My grandfather, Don Mathison, was a proud American-Norwegian, and I am grateful to be reminded each year at this time to honor his memory as part of our family's Syttende Mai observance.
Syttende Mai, also known as the National Day of Norway or Constitution Day, is a national holiday celebrated each year by Norwegians around the globe, to commemorate the signing of Norway's Constitution on May 17, 1814.
Unlike other nations' celebrations of independence, which often honor the occasion with military parades and displays of armed strength, the hallmark of Norway's Syttende Mai tradition is the annual Children's Parade. In every community throughout Norway, children from each school come together to march in the parade, with many waving flags and dressed in their traditional bunad, or Norwegian folk costumes.
With ethnic demographics around the world changing due to the arrival of new immigrants and refugees, time-honored, peaceful traditions like the Children's Parade can be a wonderful way to welcome new arrivals and introduce them to the native culture. Syttende Mai celebrates the values on which the Norwegian constitution was formed, freedom, equality and brotherhood, and children from all backgrounds are encouraged to participate in Norway's many Children's Parades.
In today's world, where youth is the currency, it can be easy to lose sight of the old traditions that made a country like Norway great, as many long-held customs die with each passing generation. Food is a terrific way to recognize our cultural heritage, share stories with newcomers, and gain a better understanding of how those who came before us, either our biological or cultural ancestors, lived.
Popular Norwegian specialties like lefse, krumkake, lutefisk, pickled herring and Norwegian meatballs are still favorites in many Norwegian diaspora communities like Fargo-Moorhead. Others have become lesser known, like fruktsuppe, also called sot suppe, a wonderful Norwegian sweet soup that can be warm or cold, either as a breakfast soup or as a topping over ice cream, oatmeal and cakes.
Norwegian fruktsuppe is a classic peasant dish made with dried fruit like apricots, raisins, currants, cherries, prunes and apples. Dried fruit was used not only because it could be enjoyed year-round, but also because it was more available and considerably less expensive than fresh fruit among the working class. The natural sugars from the fruit infuse the dish with sweetness so that very little, if any, sugar is needed, resulting in a dish that is not only delicious, but also nutritious.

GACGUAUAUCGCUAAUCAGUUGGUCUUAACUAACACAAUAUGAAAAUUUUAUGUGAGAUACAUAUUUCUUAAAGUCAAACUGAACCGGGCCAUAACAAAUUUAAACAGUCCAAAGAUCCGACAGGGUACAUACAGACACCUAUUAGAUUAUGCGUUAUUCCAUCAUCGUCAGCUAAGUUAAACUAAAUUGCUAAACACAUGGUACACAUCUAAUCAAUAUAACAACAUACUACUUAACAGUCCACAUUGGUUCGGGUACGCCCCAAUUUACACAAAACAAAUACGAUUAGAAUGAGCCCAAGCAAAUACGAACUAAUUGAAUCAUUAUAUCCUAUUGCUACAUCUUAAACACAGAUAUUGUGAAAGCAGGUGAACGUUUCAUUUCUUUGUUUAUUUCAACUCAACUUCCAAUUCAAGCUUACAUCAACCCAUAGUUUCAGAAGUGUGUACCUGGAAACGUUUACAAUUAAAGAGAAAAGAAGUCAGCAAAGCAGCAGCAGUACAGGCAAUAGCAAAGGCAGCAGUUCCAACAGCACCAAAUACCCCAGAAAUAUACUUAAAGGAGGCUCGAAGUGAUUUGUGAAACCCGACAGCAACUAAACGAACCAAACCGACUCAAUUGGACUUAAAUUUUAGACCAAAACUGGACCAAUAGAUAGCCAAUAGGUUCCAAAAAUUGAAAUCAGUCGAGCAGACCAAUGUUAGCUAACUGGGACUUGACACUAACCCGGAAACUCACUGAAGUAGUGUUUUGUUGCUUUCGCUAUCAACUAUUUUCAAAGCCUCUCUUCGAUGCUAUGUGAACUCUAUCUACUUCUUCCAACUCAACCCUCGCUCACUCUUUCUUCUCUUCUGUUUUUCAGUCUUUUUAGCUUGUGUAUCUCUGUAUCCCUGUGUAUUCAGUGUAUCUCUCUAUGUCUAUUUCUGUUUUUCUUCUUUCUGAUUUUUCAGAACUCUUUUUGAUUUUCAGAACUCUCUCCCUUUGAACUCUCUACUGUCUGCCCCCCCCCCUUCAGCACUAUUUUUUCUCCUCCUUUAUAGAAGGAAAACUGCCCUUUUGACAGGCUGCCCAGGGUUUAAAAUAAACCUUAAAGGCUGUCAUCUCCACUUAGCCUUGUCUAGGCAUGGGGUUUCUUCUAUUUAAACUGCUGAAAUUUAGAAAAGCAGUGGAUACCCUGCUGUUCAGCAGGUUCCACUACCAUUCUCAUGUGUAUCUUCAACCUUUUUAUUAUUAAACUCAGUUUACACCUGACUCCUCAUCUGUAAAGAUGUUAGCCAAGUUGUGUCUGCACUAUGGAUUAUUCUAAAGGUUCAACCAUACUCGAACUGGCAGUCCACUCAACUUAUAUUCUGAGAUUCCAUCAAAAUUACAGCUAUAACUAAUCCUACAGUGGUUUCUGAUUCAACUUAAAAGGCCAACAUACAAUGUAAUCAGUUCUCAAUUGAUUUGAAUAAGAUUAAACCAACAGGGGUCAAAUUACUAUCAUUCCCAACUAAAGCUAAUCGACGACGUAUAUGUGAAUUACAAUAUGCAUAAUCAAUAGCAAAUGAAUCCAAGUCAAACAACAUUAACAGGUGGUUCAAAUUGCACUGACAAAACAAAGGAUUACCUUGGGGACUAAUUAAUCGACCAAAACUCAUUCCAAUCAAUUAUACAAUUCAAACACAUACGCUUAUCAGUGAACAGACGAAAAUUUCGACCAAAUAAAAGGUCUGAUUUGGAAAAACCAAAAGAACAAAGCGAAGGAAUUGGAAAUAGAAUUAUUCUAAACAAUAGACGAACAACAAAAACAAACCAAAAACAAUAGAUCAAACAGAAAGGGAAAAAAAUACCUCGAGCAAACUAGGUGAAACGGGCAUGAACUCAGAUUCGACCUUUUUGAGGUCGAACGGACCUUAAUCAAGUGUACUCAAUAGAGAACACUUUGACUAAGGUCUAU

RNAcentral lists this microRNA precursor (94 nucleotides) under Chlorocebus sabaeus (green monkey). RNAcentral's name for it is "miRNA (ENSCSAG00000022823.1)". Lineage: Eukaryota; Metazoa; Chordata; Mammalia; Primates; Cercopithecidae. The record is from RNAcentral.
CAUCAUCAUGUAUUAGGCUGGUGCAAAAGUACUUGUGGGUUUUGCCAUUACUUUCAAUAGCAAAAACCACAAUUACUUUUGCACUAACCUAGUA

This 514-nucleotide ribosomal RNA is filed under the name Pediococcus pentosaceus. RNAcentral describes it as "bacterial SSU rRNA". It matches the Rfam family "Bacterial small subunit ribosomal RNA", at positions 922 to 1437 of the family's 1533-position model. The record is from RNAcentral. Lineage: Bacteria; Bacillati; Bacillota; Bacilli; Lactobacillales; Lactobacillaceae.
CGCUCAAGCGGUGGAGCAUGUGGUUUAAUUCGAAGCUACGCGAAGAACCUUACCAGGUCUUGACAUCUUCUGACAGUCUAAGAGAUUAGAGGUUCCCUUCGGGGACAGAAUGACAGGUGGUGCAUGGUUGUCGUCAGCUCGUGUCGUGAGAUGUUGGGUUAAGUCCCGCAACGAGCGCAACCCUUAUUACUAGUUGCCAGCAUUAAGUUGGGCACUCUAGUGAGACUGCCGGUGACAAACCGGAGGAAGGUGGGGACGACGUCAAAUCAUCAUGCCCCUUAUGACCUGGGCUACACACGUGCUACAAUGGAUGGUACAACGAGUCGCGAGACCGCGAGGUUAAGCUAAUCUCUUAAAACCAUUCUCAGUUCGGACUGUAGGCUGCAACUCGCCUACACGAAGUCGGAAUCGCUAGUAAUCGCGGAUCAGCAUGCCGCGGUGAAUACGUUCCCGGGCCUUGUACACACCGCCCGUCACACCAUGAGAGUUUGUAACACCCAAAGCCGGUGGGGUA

Old-fashioned dishes like fruktsuppe tell a story far beyond their simple ingredients, and are worthy of reintroduction because they highlight a place and time so very different from our own. A time when people had to make do with what they had, with nothing available at their fingertips other than the tools they required to survive ... a time when simple pleasures came from a humble bowl of stewed, dried fruit.
In honor of my Grandpa Don and Norwegians everywhere, we wish you a very happy Syttende Mai.
Serves: about 4 cups
5 cups water
½ cup dried apples, diced
½ cup dried cherries
½ cup dried apricots, halved or quartered
½ cup pitted prunes, halved or quartered
1 ½ tablespoons small pearl tapioca
1 tablespoon lemon juice
1 cinnamon stick
¼ cup lingonberry or any fruit preserves (optional)
1 star anise (optional)
1 cup fruit juice (orange, apple, cranberry or lingonberry)
in a medium saucepan over high heat, bring water to a boil; reduce heat to medium and stir in dried fruits, tapioca, lemon juice, cinnamon stick, preserves and star anise. Simmer gently for 25 to 40 minutes, stirring occasionally, until soup reaches desired consistency.
Stir in fruit juice for added flavor, if desired, and continue to simmer for five more minutes. Remove cinnamon stick and star anise before serving. Serve warm or cold as a breakfast soup, cereal topping, or over ice cream and desserts. Leftovers may be refrigerated for at least a week.
Sarah's Tip: Cash Wise grocers has a large bulk-food selection with all of the dried fruits and spices available.
“Home With the Lost Italian” is a weekly column written by Sarah Nasello featuring recipes by her husband, Tony Nasello. The couple owned Sarello’s in Moorhead and lives in Fargo with their 12-year-old son, Giovanni. Readers can reach them at email@example.com. More recipes can be found at thelostitalian.areavoices.com.